NFL won’t ‘back off’ on protecting quarterbacks after controversial roughing the passer calls, executives say
The NFL is not backing down on “protecting the quarterback” after being called on to review the parameters of roughing-the-passer penalties following a pair of controversial calls in Week 5.
The topic was brought up during the league meeting in New York on Tuesday, but NFL executive vice president of football operations Troy Vincent made it clear that the league has no intentions of “changing the philosophy on that call.”
“Everyone knows if your quarterback is not healthy, you don’t have a chance to win,” he said. “We’re not going to back off of protecting the quarterback.”
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Commissioner Roger Goodell echoed that sentiment.
“We're not backing off of protecting players that are in a defenseless position or in an exposed position that could lead to injury,” Goodell said, via the NFL Network “and we'll take those techniques out of the game.”
Chairman of the NFL’s competition committee Rich McKay said the owners had a brief conversation about making roughing-the-passer penalties reviewable but noted that more discussion was needed.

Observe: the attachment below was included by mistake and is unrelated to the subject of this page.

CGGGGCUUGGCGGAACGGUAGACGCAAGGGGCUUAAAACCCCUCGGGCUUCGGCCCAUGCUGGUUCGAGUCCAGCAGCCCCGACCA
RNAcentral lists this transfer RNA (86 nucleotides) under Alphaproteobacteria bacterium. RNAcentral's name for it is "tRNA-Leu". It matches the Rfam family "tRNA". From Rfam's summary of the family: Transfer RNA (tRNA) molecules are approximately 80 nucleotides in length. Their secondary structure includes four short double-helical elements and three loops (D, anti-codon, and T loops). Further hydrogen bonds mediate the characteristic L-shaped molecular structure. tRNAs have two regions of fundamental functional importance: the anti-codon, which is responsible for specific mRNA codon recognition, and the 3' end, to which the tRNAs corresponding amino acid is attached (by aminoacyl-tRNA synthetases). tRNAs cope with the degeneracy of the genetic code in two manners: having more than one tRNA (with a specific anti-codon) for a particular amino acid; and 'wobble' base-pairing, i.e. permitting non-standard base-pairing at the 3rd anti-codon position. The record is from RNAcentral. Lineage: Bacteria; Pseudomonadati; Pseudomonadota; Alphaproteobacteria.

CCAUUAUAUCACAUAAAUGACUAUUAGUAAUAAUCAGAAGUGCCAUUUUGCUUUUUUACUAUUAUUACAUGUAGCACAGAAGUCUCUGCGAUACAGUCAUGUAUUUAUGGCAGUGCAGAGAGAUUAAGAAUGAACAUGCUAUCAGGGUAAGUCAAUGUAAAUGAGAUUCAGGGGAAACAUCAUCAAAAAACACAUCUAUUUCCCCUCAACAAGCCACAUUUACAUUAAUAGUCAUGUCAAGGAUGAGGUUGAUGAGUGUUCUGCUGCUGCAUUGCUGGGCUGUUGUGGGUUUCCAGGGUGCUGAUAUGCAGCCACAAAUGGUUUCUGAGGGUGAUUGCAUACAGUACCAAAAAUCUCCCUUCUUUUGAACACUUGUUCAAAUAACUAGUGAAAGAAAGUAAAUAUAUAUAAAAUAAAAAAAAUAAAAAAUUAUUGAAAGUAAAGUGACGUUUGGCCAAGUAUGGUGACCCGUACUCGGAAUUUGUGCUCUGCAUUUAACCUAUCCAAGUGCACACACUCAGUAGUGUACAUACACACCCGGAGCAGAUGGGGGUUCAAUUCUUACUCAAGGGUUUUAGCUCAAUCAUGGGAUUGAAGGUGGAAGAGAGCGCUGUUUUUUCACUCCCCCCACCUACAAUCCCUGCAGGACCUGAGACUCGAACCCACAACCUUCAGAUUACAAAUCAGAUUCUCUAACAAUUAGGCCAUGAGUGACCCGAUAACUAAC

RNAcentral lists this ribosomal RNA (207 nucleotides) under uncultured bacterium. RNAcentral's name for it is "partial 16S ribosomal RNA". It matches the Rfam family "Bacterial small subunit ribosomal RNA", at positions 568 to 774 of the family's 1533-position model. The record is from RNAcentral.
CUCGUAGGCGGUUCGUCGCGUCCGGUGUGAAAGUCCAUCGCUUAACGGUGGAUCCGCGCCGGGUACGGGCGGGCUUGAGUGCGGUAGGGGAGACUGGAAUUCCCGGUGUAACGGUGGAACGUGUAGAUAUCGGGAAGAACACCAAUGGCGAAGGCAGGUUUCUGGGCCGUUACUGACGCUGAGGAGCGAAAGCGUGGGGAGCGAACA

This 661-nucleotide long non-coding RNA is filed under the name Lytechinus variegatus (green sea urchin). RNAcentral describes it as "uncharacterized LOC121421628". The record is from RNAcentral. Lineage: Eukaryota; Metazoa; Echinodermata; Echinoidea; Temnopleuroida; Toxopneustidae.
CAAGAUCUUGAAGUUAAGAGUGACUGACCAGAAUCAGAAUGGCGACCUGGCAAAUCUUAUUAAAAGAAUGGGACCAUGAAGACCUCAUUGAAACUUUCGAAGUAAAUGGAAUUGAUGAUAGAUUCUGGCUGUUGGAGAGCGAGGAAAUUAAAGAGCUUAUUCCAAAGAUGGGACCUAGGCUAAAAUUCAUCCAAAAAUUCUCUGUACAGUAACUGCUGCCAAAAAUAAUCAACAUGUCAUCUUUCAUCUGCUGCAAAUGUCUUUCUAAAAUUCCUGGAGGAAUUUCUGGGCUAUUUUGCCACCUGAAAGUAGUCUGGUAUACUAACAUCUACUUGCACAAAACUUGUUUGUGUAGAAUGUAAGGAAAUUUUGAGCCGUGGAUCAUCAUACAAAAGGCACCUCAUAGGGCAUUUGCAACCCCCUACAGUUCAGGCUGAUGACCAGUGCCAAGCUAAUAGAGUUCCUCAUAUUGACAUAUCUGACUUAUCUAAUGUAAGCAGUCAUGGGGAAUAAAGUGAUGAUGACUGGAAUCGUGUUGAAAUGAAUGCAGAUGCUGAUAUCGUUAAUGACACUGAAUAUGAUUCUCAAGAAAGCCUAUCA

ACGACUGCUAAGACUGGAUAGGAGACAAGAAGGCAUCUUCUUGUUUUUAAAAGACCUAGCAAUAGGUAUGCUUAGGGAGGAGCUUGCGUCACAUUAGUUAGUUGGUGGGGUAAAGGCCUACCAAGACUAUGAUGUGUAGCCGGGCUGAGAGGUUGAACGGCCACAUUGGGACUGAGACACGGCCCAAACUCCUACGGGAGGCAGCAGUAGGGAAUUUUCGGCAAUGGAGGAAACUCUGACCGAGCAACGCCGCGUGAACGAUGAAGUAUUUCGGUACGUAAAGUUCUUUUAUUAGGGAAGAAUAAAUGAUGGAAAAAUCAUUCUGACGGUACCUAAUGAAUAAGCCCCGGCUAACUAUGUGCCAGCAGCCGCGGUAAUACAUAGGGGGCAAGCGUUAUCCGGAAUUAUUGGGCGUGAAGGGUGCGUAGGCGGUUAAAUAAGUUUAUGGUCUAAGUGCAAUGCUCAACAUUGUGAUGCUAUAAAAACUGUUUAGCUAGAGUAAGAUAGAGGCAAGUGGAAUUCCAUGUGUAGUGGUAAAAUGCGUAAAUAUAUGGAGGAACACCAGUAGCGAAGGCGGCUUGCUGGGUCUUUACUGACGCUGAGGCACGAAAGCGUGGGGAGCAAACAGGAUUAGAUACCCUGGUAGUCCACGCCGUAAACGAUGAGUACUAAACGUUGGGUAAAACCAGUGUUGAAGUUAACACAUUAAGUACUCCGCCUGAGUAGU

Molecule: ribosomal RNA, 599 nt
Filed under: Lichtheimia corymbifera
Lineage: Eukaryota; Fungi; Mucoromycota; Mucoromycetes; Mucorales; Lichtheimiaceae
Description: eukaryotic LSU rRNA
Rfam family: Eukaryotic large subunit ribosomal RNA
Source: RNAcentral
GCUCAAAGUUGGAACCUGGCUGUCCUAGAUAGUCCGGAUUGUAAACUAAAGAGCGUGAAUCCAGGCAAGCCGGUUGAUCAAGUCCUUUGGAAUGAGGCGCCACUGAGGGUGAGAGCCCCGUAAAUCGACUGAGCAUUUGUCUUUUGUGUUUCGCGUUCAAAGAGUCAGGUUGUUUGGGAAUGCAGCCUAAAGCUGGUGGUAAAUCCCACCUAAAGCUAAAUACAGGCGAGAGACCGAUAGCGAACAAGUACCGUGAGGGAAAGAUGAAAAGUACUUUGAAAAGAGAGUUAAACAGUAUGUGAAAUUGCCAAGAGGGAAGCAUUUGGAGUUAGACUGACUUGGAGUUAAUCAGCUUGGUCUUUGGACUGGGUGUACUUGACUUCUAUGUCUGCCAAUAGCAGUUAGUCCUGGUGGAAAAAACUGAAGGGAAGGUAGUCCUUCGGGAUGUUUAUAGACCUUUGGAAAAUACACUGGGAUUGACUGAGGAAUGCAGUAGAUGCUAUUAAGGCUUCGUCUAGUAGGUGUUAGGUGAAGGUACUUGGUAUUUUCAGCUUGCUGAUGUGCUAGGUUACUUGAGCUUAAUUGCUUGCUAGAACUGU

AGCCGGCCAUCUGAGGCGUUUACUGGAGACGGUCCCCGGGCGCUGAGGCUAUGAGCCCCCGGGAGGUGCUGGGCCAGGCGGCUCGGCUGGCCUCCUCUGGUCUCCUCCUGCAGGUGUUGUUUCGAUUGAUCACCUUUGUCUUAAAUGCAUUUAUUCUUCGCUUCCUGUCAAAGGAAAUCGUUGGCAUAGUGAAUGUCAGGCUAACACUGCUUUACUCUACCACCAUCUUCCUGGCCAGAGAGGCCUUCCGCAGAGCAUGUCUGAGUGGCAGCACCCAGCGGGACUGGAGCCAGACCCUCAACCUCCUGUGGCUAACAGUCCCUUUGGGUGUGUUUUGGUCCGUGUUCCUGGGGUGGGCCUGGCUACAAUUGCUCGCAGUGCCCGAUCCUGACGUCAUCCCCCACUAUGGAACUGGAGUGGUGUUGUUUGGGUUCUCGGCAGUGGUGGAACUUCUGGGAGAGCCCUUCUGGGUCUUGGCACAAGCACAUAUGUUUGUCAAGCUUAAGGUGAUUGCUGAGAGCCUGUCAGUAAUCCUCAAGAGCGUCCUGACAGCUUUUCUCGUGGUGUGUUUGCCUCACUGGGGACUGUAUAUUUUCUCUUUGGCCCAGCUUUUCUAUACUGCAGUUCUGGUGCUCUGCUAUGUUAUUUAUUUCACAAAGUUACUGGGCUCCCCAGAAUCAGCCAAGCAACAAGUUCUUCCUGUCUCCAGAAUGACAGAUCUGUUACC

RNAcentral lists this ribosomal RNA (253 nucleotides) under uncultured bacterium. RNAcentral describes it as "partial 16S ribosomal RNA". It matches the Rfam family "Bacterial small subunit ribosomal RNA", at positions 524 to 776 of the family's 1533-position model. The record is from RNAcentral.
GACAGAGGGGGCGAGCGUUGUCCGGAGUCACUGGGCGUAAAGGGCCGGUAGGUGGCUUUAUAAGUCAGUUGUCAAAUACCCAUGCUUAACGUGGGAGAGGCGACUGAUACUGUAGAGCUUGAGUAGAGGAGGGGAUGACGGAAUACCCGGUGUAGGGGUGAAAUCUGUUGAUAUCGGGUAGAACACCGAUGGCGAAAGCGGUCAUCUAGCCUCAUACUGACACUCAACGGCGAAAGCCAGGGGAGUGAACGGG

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“When you decide to review subjective fouls, then you’re going to have subjective eyes on something that’s already been viewed once.”
The attention surrounding those calls began in Week 5 when Atlanta Falcons defensive tackle Grady Jarrett was flagged for his seemingly standard tackle on Tom Brady. The resulting penalty gave the Tampa Bay Buccaneers a fresh set of downs and ultimately sealed Atlanta’s fate.
Kansas City Chiefs defensive tackle Chris Jones was also called for roughing-the-passer during the Chiefs’ Week 5 matchup against the Las Vegas Raiders. He tackled quarterback Derek Carr from behind, knocking the ball loose and recovering it in what would have been a pivotal turnover.
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Game officials defended the call saying Jones landed on Carr “with full body weight.”
“We’ve had less calls than we’ve had in the past,” Goodell said. “There has been no change to the rule. We obviously, as in any officiating, officials make calls that we would rather not have be calls or we’d have calls that we prefer that they do make. We make that clear to the officials and make it clear to our coaches.”
The Associated Press contributed to this report.